Home » 5 Strategies to Help You Make Time for a Side Hustle
By ☆ Published: January 27, 2017, 2:00 am (updated 9 months ago)

5 Strategies to Help You Make Time for a Side Hustle

Time doesn’t just show up for free. If you want time for your side hustle, you have to make it.

I hear this all the time:

“I really want to start a side hustle, but I don’t have time.”

It’s true that some of us really don’t have time for side gigs. After all, we’re busy people. We have real jobs and families and a desire to, at some point, to live a little.

But you might be surprised at how much time you do have. Here are some strategies to use to make time for a side hustle:

Track your time use.

The first thing to do is track your time use.

When I feel like I am running out of time, I start tracking my time use. Usually, the problem is that I’ve let unimportant things creep into my life, or I get distracted.

Keep a diary of what you are doing, and how long you spend doing it. You might be surprised at the patterns that emerge.

According to the American Time Use Survey, adults spend close to three hours a day watching TV. I’m always surprised when I track my online activities and discover how much time I spend just surfing.

If you want to make time for a side hustle, start with how you’re using your time now to see where you might find a place to cut back on some of your unnecessary activities.

Schedule side hustle time.

So often, we don’t make time for a side hustle. Instead, we say we’ll do it when we have time. Just waiting to see if the time appears is a surefire strategy to ensure that you’ll never have time for a side hustle.

You’ll increase your chances of having time for a side gig if you actually schedule the time. Wake up a little earlier. Instead of watching TV for two hours in the evening, schedule an hour and a half to work on the side gig.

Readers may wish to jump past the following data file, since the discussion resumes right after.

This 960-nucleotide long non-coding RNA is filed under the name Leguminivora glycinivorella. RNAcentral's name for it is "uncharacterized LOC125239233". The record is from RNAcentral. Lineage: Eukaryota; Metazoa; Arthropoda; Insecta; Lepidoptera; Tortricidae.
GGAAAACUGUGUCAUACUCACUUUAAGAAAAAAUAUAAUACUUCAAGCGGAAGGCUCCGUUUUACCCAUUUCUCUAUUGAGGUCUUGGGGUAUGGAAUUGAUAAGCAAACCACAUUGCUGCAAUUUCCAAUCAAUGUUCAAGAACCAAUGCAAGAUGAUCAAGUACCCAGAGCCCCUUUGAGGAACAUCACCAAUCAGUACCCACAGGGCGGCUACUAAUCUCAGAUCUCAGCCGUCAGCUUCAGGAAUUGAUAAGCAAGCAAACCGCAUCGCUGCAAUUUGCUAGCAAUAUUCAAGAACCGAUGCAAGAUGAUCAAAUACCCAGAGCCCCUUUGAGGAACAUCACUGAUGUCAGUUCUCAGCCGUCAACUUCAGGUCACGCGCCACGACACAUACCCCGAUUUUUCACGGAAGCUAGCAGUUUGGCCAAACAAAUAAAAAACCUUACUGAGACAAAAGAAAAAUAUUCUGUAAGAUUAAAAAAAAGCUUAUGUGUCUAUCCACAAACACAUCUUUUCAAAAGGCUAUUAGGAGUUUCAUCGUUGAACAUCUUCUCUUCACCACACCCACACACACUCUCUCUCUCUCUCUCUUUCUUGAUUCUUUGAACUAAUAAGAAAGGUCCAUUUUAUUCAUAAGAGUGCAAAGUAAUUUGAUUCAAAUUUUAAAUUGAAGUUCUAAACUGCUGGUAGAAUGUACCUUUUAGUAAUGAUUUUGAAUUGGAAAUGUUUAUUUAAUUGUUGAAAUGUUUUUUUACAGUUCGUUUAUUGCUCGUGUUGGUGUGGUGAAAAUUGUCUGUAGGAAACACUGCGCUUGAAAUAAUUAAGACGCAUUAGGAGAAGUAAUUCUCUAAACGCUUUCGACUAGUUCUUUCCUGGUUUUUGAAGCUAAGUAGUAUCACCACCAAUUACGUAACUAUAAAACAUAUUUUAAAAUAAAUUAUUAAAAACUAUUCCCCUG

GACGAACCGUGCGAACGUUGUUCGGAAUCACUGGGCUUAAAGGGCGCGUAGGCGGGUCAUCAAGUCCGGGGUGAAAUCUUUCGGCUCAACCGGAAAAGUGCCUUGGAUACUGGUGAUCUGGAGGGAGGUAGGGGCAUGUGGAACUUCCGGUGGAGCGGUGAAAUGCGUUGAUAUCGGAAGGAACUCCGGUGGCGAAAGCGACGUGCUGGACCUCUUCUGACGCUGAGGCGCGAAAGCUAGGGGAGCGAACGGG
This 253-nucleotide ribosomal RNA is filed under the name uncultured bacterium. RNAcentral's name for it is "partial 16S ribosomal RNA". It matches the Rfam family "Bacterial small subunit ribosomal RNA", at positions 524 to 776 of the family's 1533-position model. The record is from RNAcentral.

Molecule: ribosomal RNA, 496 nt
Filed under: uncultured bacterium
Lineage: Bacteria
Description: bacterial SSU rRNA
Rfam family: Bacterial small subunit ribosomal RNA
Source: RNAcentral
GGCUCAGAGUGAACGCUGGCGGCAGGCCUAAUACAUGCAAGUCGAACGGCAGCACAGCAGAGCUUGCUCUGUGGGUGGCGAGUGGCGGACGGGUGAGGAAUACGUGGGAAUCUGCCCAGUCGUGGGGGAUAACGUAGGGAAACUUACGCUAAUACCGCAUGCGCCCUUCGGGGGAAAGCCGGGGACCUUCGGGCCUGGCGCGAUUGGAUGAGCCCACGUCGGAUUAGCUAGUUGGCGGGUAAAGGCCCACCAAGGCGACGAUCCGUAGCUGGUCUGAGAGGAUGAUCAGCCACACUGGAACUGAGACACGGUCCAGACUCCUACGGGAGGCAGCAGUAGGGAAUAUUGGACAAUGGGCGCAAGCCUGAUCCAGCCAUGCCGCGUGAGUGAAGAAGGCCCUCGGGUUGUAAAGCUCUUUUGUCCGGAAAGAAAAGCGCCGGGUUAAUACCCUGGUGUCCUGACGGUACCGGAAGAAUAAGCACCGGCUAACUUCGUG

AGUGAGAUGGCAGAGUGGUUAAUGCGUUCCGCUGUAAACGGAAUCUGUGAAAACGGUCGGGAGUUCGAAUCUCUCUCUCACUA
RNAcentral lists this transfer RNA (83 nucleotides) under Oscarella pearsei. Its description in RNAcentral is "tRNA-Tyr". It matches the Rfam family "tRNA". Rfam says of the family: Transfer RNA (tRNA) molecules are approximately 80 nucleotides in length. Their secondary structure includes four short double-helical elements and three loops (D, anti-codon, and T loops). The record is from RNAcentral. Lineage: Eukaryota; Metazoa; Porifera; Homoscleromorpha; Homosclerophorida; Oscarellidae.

Think of where you can carve out time during the day to dedicate to your side hustle and schedule it into your day.

Use the weekend.

I know, I know. We all love our weekends. It’s a break from work. However, if you want to make time for a side hustle, you need to give something up.

You don’t have to use the whole weekend for your side hustle, but it can be a good time to get something done with your side gig.

When I have things I want to do, I try to work on them during Saturday morning. My son has his own extracurricular activity and it’s a perfect time for me to hit something hard while I don’t have other obligations.

Figure out what works best for you. Saturday morning? Sunday afternoon? Whatever. The weekend is the perfect time to … make time for a side hustle.

Schedule a workcation.

Consider your real job. Do you get time off for vacation? If you want to make time for a side hustle, you can kick it off with a workcation. Take a vacation with your day job, and use it to work on your side hustle.

When you don’t have to focus on your regular job, you have a little more time to work on a side gig.

Of course, you can’t be constantly taking time off to make time for your side hustle. However, you can get a lot of good value out of a bit of time off to really dig into the side hustle.

A workcation can also help when you aren’t taking time off your regular job. When my son sleeps over at a friend’s house, I sometimes book a room at a local hotel. That change of scene for one night and the next morning really helps me focus. There’s something about getting out of the routine that provides you with a chance to work on a side hustle.